The US appears to be doing a good job at reducing the death rate from various types of cancer overall.
But there’s one type of the disease that seems to have fallen through the cracks: liver cancer.
According to a recent report from the National Cancer Institute that looked at cancer death and incidence rates from 1975-2012, while cancer death rates overall decreased by average of 1.8% per year in men and 1.4% in women, liver cancer death rates increased 2.8% and 2.2% each year, respectively.
Here’s a chart from the report of all cancer mortality rates, from worst to best:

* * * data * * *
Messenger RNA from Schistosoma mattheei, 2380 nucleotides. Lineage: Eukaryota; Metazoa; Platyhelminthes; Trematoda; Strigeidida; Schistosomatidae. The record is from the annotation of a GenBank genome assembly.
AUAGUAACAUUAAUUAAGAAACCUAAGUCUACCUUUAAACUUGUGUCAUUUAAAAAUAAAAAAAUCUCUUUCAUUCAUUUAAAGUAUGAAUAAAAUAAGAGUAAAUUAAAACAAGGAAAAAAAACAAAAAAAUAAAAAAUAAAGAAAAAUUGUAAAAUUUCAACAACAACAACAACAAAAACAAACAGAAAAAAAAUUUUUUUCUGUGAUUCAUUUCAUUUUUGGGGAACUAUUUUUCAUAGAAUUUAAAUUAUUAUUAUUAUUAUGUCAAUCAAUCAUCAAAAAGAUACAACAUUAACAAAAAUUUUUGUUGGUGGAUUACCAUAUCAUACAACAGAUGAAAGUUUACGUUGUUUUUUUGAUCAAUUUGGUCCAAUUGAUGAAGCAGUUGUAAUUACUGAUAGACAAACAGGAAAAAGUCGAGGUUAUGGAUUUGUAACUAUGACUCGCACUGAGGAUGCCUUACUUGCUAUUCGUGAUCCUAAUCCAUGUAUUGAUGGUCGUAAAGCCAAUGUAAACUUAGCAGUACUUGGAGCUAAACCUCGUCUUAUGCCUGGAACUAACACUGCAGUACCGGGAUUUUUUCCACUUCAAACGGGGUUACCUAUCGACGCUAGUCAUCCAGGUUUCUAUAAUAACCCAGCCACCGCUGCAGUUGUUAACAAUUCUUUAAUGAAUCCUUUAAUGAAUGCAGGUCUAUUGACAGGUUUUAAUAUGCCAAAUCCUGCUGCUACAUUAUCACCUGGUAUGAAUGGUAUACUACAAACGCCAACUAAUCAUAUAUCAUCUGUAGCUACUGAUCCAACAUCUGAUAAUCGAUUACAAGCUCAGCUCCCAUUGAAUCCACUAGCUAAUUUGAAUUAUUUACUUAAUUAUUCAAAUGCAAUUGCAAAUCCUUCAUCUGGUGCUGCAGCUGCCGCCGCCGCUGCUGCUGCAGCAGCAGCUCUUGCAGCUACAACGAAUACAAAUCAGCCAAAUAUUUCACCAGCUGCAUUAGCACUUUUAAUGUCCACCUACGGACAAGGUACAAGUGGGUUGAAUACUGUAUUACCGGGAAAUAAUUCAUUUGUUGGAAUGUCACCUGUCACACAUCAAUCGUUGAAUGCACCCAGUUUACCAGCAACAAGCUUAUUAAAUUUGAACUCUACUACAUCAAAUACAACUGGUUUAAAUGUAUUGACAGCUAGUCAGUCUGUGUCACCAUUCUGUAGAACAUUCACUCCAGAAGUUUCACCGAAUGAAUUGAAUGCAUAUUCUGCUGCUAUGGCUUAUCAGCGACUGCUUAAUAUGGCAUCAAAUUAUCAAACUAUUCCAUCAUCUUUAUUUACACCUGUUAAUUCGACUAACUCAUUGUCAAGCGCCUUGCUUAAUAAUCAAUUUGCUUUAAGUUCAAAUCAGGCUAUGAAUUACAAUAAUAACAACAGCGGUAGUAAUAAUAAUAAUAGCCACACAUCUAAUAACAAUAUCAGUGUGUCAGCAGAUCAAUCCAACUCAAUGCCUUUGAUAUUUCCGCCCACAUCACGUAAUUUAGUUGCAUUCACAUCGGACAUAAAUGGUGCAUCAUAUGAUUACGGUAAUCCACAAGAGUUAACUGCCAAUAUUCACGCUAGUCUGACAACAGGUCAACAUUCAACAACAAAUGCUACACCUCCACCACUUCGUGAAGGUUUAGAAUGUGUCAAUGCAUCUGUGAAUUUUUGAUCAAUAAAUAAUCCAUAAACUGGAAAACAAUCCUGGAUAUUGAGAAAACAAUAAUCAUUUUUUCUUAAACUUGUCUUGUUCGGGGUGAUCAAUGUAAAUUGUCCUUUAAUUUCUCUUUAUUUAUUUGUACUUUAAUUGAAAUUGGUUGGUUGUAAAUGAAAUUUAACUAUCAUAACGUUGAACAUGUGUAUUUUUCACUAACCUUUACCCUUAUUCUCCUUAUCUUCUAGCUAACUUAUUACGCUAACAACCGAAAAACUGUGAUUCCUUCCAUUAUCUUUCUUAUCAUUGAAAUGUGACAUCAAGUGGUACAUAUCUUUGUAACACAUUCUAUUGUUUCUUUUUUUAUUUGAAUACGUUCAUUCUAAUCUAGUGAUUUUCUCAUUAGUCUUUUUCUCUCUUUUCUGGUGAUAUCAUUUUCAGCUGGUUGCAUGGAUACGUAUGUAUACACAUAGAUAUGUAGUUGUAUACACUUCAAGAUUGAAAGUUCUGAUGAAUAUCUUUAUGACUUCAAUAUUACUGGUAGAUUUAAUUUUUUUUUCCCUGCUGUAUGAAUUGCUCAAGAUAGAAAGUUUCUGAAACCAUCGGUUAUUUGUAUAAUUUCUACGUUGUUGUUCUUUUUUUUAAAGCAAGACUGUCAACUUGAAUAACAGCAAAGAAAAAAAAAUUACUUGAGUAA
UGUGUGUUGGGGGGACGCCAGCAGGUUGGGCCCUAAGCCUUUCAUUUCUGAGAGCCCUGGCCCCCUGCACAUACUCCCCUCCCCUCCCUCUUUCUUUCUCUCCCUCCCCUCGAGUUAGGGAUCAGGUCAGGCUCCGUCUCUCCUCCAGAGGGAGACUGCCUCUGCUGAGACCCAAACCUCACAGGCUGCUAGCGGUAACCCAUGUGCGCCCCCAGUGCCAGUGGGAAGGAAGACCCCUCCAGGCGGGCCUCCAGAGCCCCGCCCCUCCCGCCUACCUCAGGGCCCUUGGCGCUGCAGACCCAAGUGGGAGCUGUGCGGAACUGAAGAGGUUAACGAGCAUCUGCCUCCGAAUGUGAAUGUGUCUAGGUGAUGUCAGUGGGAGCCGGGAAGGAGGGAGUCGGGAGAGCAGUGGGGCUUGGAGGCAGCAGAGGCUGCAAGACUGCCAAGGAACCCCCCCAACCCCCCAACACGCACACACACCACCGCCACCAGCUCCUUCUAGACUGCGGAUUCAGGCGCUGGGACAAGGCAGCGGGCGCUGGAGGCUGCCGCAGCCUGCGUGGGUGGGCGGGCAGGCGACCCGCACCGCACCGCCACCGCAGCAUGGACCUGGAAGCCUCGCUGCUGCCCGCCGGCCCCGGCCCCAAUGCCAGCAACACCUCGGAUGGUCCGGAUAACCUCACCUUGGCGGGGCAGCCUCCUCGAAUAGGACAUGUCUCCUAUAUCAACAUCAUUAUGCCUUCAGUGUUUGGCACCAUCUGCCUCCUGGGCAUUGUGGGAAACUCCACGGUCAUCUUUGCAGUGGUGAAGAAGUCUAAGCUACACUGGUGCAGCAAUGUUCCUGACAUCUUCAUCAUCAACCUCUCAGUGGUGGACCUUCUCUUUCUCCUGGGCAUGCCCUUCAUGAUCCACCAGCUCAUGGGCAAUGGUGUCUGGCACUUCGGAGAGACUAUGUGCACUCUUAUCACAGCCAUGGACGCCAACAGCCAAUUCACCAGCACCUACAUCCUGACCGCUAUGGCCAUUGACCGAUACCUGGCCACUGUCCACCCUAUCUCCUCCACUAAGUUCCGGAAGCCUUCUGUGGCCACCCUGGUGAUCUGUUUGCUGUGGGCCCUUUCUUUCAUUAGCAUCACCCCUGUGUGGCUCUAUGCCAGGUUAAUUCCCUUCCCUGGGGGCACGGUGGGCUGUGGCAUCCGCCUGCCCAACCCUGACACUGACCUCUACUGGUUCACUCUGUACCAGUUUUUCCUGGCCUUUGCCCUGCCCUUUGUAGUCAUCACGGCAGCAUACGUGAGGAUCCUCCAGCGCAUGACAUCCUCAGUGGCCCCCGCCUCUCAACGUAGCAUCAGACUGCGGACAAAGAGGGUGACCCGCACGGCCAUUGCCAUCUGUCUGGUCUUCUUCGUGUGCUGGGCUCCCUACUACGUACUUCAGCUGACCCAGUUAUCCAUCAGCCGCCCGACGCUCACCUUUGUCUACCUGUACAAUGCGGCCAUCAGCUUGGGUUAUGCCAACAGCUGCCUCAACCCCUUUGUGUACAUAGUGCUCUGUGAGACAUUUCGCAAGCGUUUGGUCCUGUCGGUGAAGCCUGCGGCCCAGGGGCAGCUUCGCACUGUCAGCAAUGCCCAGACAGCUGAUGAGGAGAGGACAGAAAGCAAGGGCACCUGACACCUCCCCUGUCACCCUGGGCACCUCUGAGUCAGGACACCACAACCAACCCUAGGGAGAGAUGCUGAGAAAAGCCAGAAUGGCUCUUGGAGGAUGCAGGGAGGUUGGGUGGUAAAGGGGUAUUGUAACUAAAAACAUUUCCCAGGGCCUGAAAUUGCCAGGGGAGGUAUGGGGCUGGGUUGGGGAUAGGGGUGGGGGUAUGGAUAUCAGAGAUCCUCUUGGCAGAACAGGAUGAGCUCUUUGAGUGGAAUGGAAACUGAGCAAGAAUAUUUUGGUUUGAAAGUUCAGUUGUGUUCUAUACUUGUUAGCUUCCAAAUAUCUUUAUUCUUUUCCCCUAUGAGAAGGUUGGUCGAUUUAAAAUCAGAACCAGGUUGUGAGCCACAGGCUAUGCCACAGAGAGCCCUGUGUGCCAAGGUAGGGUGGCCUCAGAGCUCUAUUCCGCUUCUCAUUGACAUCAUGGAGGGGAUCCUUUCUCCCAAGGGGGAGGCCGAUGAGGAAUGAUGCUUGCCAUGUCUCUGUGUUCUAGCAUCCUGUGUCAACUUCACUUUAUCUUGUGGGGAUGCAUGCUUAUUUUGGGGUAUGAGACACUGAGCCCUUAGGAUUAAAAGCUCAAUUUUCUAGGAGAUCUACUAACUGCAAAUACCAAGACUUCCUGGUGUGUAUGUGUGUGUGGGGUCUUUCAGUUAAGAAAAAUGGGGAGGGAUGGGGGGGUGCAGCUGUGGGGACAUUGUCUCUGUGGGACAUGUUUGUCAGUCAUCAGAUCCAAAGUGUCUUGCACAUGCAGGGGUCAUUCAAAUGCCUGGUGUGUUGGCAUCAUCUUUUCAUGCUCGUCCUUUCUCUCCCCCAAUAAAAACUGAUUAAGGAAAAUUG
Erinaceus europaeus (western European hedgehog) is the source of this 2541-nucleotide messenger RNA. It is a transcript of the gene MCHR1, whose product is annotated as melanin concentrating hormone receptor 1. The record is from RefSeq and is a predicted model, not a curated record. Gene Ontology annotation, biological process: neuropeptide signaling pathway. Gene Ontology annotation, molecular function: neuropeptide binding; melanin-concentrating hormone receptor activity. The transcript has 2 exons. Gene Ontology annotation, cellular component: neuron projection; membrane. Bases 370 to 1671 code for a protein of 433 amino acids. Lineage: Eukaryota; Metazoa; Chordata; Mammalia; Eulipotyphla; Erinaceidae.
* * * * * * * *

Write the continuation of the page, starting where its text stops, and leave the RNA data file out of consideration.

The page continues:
The report, compiled by experts from the CDC, the North American Association of Central Cancer Registries, the American Cancer Society, and the NCI, is consistent with a December 2015 report from the ACS alone, which found that although the recent drops in death rates for cancers like lung, breast, prostate, and colorectal are promising, cancer death rates for liver, pancreas, and uterine corpus cancers were still increasing.
Liver cancer is often linked to hepatitis B and C infections, which attack the liver, as well as cirrhosis or liver scarring. Anywhere from 8-16% of liver cancer deaths in the US can be attributed to alcohol overuse, NCI said.
Since 2012, three new hepatitis C cures have been approved in the US, which could influence future cancer mortality and incidence rates. The NCI cited hepatitis B vaccines and public health initiatives as other methods for reducing the risk of liver cancer.
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